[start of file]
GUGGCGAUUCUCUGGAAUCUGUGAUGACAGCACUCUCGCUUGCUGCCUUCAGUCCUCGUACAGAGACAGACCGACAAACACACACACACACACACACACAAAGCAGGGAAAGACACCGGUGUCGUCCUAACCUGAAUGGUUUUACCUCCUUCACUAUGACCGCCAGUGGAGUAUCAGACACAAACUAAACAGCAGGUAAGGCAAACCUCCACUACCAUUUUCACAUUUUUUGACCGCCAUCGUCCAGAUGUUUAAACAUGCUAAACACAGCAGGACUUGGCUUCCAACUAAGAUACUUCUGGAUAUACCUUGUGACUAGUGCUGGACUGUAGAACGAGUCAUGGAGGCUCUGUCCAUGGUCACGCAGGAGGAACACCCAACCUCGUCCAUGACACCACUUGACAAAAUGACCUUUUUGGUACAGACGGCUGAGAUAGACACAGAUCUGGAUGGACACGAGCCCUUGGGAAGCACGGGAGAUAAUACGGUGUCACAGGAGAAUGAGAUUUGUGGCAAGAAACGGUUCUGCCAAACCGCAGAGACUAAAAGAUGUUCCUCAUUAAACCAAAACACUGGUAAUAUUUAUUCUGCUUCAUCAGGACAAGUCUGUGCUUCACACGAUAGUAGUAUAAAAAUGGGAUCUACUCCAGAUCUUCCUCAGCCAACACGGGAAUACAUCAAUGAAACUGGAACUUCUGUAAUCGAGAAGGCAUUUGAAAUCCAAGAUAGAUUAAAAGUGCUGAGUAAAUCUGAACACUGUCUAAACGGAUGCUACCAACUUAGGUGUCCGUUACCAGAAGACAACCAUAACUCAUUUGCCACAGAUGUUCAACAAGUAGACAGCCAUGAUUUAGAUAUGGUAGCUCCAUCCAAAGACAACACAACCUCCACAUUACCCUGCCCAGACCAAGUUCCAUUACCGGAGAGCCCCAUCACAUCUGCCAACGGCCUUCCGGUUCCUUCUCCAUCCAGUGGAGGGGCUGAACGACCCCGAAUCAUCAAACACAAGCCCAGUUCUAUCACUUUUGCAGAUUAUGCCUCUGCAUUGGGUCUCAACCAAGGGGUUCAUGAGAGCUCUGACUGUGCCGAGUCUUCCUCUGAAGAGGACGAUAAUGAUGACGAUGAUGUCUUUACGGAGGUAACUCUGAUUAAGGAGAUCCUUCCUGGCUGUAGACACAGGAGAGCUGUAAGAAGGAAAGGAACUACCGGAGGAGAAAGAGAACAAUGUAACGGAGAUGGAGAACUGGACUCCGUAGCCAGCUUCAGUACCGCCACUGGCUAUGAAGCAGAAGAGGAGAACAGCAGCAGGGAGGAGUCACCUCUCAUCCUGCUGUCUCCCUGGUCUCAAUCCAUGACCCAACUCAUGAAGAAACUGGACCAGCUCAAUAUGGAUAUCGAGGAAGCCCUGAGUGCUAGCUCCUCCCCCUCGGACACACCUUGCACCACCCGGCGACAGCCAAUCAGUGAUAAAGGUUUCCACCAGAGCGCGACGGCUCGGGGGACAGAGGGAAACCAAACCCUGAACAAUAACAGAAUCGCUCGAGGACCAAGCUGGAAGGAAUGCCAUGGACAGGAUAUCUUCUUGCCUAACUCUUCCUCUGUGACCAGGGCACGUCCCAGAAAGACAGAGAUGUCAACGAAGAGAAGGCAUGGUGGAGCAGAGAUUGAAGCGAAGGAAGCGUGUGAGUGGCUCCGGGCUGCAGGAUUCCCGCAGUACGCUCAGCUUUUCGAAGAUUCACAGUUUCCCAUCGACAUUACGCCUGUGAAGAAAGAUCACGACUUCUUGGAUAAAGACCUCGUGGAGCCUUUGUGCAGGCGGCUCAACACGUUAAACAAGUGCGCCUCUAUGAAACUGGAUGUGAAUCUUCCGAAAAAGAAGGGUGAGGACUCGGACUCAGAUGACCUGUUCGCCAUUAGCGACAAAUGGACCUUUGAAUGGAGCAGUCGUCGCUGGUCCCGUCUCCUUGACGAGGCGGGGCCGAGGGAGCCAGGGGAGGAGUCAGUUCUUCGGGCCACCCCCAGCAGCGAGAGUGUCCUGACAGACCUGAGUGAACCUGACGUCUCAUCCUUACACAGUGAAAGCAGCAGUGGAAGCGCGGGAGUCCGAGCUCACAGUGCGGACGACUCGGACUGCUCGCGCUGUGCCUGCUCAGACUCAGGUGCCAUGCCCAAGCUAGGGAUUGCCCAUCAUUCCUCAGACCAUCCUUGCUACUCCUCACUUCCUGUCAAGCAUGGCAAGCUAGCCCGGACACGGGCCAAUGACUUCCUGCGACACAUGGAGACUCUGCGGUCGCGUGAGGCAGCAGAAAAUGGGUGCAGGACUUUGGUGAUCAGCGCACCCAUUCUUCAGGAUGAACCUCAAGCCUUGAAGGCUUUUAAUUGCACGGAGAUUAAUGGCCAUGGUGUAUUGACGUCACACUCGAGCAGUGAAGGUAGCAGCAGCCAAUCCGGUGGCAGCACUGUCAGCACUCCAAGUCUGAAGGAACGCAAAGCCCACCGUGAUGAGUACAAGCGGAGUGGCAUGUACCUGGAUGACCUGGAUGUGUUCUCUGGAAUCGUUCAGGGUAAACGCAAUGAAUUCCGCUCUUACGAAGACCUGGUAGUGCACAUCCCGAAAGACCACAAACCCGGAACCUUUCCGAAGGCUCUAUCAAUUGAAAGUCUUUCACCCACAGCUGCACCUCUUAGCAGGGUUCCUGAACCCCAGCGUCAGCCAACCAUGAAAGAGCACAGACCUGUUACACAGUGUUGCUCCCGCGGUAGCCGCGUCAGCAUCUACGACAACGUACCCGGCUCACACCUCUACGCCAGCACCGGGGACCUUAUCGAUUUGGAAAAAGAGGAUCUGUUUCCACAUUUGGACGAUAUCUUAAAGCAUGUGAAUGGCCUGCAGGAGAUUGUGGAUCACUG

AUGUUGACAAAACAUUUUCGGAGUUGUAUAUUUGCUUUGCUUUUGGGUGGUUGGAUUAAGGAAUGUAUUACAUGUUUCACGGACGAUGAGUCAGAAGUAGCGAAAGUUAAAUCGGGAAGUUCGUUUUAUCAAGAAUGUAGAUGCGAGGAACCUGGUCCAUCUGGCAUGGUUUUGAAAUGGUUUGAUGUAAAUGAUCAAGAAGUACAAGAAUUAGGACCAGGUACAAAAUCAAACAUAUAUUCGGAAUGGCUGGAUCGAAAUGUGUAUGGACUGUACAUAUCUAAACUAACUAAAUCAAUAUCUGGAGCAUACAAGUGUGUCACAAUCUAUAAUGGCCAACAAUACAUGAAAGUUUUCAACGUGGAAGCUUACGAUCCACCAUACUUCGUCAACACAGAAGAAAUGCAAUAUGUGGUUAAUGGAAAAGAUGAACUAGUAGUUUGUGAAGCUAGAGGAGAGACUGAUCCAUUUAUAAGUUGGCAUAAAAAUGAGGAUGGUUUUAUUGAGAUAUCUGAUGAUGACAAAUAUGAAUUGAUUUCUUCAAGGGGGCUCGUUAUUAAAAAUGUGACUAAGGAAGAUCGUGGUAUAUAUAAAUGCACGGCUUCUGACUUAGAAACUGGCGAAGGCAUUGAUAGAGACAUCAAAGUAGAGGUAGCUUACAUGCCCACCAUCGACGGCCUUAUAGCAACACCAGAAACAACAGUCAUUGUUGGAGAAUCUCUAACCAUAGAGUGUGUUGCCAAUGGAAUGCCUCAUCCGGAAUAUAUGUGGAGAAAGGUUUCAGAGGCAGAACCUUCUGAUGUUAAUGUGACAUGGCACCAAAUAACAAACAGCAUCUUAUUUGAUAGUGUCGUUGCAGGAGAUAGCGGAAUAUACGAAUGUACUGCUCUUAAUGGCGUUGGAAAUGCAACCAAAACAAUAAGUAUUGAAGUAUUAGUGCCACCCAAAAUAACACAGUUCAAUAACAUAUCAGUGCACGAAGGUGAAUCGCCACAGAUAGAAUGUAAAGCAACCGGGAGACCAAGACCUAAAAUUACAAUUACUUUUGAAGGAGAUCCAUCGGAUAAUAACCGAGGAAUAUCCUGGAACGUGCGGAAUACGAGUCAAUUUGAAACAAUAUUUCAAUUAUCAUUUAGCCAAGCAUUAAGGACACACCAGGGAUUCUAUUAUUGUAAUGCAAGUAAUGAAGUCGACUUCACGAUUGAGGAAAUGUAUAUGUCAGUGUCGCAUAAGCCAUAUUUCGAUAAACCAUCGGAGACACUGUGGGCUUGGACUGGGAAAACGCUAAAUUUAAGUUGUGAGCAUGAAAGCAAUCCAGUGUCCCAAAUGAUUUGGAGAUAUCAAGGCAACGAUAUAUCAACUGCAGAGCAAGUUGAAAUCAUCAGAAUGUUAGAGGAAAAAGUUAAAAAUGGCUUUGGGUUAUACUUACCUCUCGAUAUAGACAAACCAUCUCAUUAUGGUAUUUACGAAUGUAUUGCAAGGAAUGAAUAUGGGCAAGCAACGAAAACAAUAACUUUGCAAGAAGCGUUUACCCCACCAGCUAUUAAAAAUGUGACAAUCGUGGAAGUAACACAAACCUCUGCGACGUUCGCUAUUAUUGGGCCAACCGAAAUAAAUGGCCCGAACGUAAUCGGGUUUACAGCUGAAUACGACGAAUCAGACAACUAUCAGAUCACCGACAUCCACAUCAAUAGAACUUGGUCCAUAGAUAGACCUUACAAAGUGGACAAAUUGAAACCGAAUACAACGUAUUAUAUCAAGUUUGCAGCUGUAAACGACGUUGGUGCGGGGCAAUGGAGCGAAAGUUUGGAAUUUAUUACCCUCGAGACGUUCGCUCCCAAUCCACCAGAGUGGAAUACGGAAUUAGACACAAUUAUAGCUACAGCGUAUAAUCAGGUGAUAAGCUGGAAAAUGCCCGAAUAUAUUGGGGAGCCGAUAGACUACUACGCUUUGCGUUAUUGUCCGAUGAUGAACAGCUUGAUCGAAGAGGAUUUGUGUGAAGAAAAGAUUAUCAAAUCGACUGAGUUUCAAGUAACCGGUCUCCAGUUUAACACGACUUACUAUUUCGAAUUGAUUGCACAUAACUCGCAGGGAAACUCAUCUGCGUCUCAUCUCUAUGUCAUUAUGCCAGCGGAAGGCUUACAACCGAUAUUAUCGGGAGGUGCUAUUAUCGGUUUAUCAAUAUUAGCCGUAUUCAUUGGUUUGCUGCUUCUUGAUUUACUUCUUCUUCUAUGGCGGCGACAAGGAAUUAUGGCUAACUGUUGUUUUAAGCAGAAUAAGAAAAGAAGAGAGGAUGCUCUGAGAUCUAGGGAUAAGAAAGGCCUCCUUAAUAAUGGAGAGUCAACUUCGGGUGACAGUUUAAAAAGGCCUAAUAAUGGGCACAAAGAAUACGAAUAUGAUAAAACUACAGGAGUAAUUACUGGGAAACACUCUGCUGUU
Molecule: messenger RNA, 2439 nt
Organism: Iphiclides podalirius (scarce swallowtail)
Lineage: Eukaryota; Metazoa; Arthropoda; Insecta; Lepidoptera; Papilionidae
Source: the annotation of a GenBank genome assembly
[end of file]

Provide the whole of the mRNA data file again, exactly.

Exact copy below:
GUGGCGAUUCUCUGGAAUCUGUGAUGACAGCACUCUCGCUUGCUGCCUUCAGUCCUCGUACAGAGACAGACCGACAAACACACACACACACACACACACAAAGCAGGGAAAGACACCGGUGUCGUCCUAACCUGAAUGGUUUUACCUCCUUCACUAUGACCGCCAGUGGAGUAUCAGACACAAACUAAACAGCAGGUAAGGCAAACCUCCACUACCAUUUUCACAUUUUUUGACCGCCAUCGUCCAGAUGUUUAAACAUGCUAAACACAGCAGGACUUGGCUUCCAACUAAGAUACUUCUGGAUAUACCUUGUGACUAGUGCUGGACUGUAGAACGAGUCAUGGAGGCUCUGUCCAUGGUCACGCAGGAGGAACACCCAACCUCGUCCAUGACACCACUUGACAAAAUGACCUUUUUGGUACAGACGGCUGAGAUAGACACAGAUCUGGAUGGACACGAGCCCUUGGGAAGCACGGGAGAUAAUACGGUGUCACAGGAGAAUGAGAUUUGUGGCAAGAAACGGUUCUGCCAAACCGCAGAGACUAAAAGAUGUUCCUCAUUAAACCAAAACACUGGUAAUAUUUAUUCUGCUUCAUCAGGACAAGUCUGUGCUUCACACGAUAGUAGUAUAAAAAUGGGAUCUACUCCAGAUCUUCCUCAGCCAACACGGGAAUACAUCAAUGAAACUGGAACUUCUGUAAUCGAGAAGGCAUUUGAAAUCCAAGAUAGAUUAAAAGUGCUGAGUAAAUCUGAACACUGUCUAAACGGAUGCUACCAACUUAGGUGUCCGUUACCAGAAGACAACCAUAACUCAUUUGCCACAGAUGUUCAACAAGUAGACAGCCAUGAUUUAGAUAUGGUAGCUCCAUCCAAAGACAACACAACCUCCACAUUACCCUGCCCAGACCAAGUUCCAUUACCGGAGAGCCCCAUCACAUCUGCCAACGGCCUUCCGGUUCCUUCUCCAUCCAGUGGAGGGGCUGAACGACCCCGAAUCAUCAAACACAAGCCCAGUUCUAUCACUUUUGCAGAUUAUGCCUCUGCAUUGGGUCUCAACCAAGGGGUUCAUGAGAGCUCUGACUGUGCCGAGUCUUCCUCUGAAGAGGACGAUAAUGAUGACGAUGAUGUCUUUACGGAGGUAACUCUGAUUAAGGAGAUCCUUCCUGGCUGUAGACACAGGAGAGCUGUAAGAAGGAAAGGAACUACCGGAGGAGAAAGAGAACAAUGUAACGGAGAUGGAGAACUGGACUCCGUAGCCAGCUUCAGUACCGCCACUGGCUAUGAAGCAGAAGAGGAGAACAGCAGCAGGGAGGAGUCACCUCUCAUCCUGCUGUCUCCCUGGUCUCAAUCCAUGACCCAACUCAUGAAGAAACUGGACCAGCUCAAUAUGGAUAUCGAGGAAGCCCUGAGUGCUAGCUCCUCCCCCUCGGACACACCUUGCACCACCCGGCGACAGCCAAUCAGUGAUAAAGGUUUCCACCAGAGCGCGACGGCUCGGGGGACAGAGGGAAACCAAACCCUGAACAAUAACAGAAUCGCUCGAGGACCAAGCUGGAAGGAAUGCCAUGGACAGGAUAUCUUCUUGCCUAACUCUUCCUCUGUGACCAGGGCACGUCCCAGAAAGACAGAGAUGUCAACGAAGAGAAGGCAUGGUGGAGCAGAGAUUGAAGCGAAGGAAGCGUGUGAGUGGCUCCGGGCUGCAGGAUUCCCGCAGUACGCUCAGCUUUUCGAAGAUUCACAGUUUCCCAUCGACAUUACGCCUGUGAAGAAAGAUCACGACUUCUUGGAUAAAGACCUCGUGGAGCCUUUGUGCAGGCGGCUCAACACGUUAAACAAGUGCGCCUCUAUGAAACUGGAUGUGAAUCUUCCGAAAAAGAAGGGUGAGGACUCGGACUCAGAUGACCUGUUCGCCAUUAGCGACAAAUGGACCUUUGAAUGGAGCAGUCGUCGCUGGUCCCGUCUCCUUGACGAGGCGGGGCCGAGGGAGCCAGGGGAGGAGUCAGUUCUUCGGGCCACCCCCAGCAGCGAGAGUGUCCUGACAGACCUGAGUGAACCUGACGUCUCAUCCUUACACAGUGAAAGCAGCAGUGGAAGCGCGGGAGUCCGAGCUCACAGUGCGGACGACUCGGACUGCUCGCGCUGUGCCUGCUCAGACUCAGGUGCCAUGCCCAAGCUAGGGAUUGCCCAUCAUUCCUCAGACCAUCCUUGCUACUCCUCACUUCCUGUCAAGCAUGGCAAGCUAGCCCGGACACGGGCCAAUGACUUCCUGCGACACAUGGAGACUCUGCGGUCGCGUGAGGCAGCAGAAAAUGGGUGCAGGACUUUGGUGAUCAGCGCACCCAUUCUUCAGGAUGAACCUCAAGCCUUGAAGGCUUUUAAUUGCACGGAGAUUAAUGGCCAUGGUGUAUUGACGUCACACUCGAGCAGUGAAGGUAGCAGCAGCCAAUCCGGUGGCAGCACUGUCAGCACUCCAAGUCUGAAGGAACGCAAAGCCCACCGUGAUGAGUACAAGCGGAGUGGCAUGUACCUGGAUGACCUGGAUGUGUUCUCUGGAAUCGUUCAGGGUAAACGCAAUGAAUUCCGCUCUUACGAAGACCUGGUAGUGCACAUCCCGAAAGACCACAAACCCGGAACCUUUCCGAAGGCUCUAUCAAUUGAAAGUCUUUCACCCACAGCUGCACCUCUUAGCAGGGUUCCUGAACCCCAGCGUCAGCCAACCAUGAAAGAGCACAGACCUGUUACACAGUGUUGCUCCCGCGGUAGCCGCGUCAGCAUCUACGACAACGUACCCGGCUCACACCUCUACGCCAGCACCGGGGACCUUAUCGAUUUGGAAAAAGAGGAUCUGUUUCCACAUUUGGACGAUAUCUUAAAGCAUGUGAAUGGCCUGCAGGAGAUUGUGGAUCACUG

AUGUUGACAAAACAUUUUCGGAGUUGUAUAUUUGCUUUGCUUUUGGGUGGUUGGAUUAAGGAAUGUAUUACAUGUUUCACGGACGAUGAGUCAGAAGUAGCGAAAGUUAAAUCGGGAAGUUCGUUUUAUCAAGAAUGUAGAUGCGAGGAACCUGGUCCAUCUGGCAUGGUUUUGAAAUGGUUUGAUGUAAAUGAUCAAGAAGUACAAGAAUUAGGACCAGGUACAAAAUCAAACAUAUAUUCGGAAUGGCUGGAUCGAAAUGUGUAUGGACUGUACAUAUCUAAACUAACUAAAUCAAUAUCUGGAGCAUACAAGUGUGUCACAAUCUAUAAUGGCCAACAAUACAUGAAAGUUUUCAACGUGGAAGCUUACGAUCCACCAUACUUCGUCAACACAGAAGAAAUGCAAUAUGUGGUUAAUGGAAAAGAUGAACUAGUAGUUUGUGAAGCUAGAGGAGAGACUGAUCCAUUUAUAAGUUGGCAUAAAAAUGAGGAUGGUUUUAUUGAGAUAUCUGAUGAUGACAAAUAUGAAUUGAUUUCUUCAAGGGGGCUCGUUAUUAAAAAUGUGACUAAGGAAGAUCGUGGUAUAUAUAAAUGCACGGCUUCUGACUUAGAAACUGGCGAAGGCAUUGAUAGAGACAUCAAAGUAGAGGUAGCUUACAUGCCCACCAUCGACGGCCUUAUAGCAACACCAGAAACAACAGUCAUUGUUGGAGAAUCUCUAACCAUAGAGUGUGUUGCCAAUGGAAUGCCUCAUCCGGAAUAUAUGUGGAGAAAGGUUUCAGAGGCAGAACCUUCUGAUGUUAAUGUGACAUGGCACCAAAUAACAAACAGCAUCUUAUUUGAUAGUGUCGUUGCAGGAGAUAGCGGAAUAUACGAAUGUACUGCUCUUAAUGGCGUUGGAAAUGCAACCAAAACAAUAAGUAUUGAAGUAUUAGUGCCACCCAAAAUAACACAGUUCAAUAACAUAUCAGUGCACGAAGGUGAAUCGCCACAGAUAGAAUGUAAAGCAACCGGGAGACCAAGACCUAAAAUUACAAUUACUUUUGAAGGAGAUCCAUCGGAUAAUAACCGAGGAAUAUCCUGGAACGUGCGGAAUACGAGUCAAUUUGAAACAAUAUUUCAAUUAUCAUUUAGCCAAGCAUUAAGGACACACCAGGGAUUCUAUUAUUGUAAUGCAAGUAAUGAAGUCGACUUCACGAUUGAGGAAAUGUAUAUGUCAGUGUCGCAUAAGCCAUAUUUCGAUAAACCAUCGGAGACACUGUGGGCUUGGACUGGGAAAACGCUAAAUUUAAGUUGUGAGCAUGAAAGCAAUCCAGUGUCCCAAAUGAUUUGGAGAUAUCAAGGCAACGAUAUAUCAACUGCAGAGCAAGUUGAAAUCAUCAGAAUGUUAGAGGAAAAAGUUAAAAAUGGCUUUGGGUUAUACUUACCUCUCGAUAUAGACAAACCAUCUCAUUAUGGUAUUUACGAAUGUAUUGCAAGGAAUGAAUAUGGGCAAGCAACGAAAACAAUAACUUUGCAAGAAGCGUUUACCCCACCAGCUAUUAAAAAUGUGACAAUCGUGGAAGUAACACAAACCUCUGCGACGUUCGCUAUUAUUGGGCCAACCGAAAUAAAUGGCCCGAACGUAAUCGGGUUUACAGCUGAAUACGACGAAUCAGACAACUAUCAGAUCACCGACAUCCACAUCAAUAGAACUUGGUCCAUAGAUAGACCUUACAAAGUGGACAAAUUGAAACCGAAUACAACGUAUUAUAUCAAGUUUGCAGCUGUAAACGACGUUGGUGCGGGGCAAUGGAGCGAAAGUUUGGAAUUUAUUACCCUCGAGACGUUCGCUCCCAAUCCACCAGAGUGGAAUACGGAAUUAGACACAAUUAUAGCUACAGCGUAUAAUCAGGUGAUAAGCUGGAAAAUGCCCGAAUAUAUUGGGGAGCCGAUAGACUACUACGCUUUGCGUUAUUGUCCGAUGAUGAACAGCUUGAUCGAAGAGGAUUUGUGUGAAGAAAAGAUUAUCAAAUCGACUGAGUUUCAAGUAACCGGUCUCCAGUUUAACACGACUUACUAUUUCGAAUUGAUUGCACAUAACUCGCAGGGAAACUCAUCUGCGUCUCAUCUCUAUGUCAUUAUGCCAGCGGAAGGCUUACAACCGAUAUUAUCGGGAGGUGCUAUUAUCGGUUUAUCAAUAUUAGCCGUAUUCAUUGGUUUGCUGCUUCUUGAUUUACUUCUUCUUCUAUGGCGGCGACAAGGAAUUAUGGCUAACUGUUGUUUUAAGCAGAAUAAGAAAAGAAGAGAGGAUGCUCUGAGAUCUAGGGAUAAGAAAGGCCUCCUUAAUAAUGGAGAGUCAACUUCGGGUGACAGUUUAAAAAGGCCUAAUAAUGGGCACAAAGAAUACGAAUAUGAUAAAACUACAGGAGUAAUUACUGGGAAACACUCUGCUGUU
Molecule: messenger RNA, 2439 nt
Organism: Iphiclides podalirius (scarce swallowtail)
Lineage: Eukaryota; Metazoa; Arthropoda; Insecta; Lepidoptera; Papilionidae
Source: the annotation of a GenBank genome assembly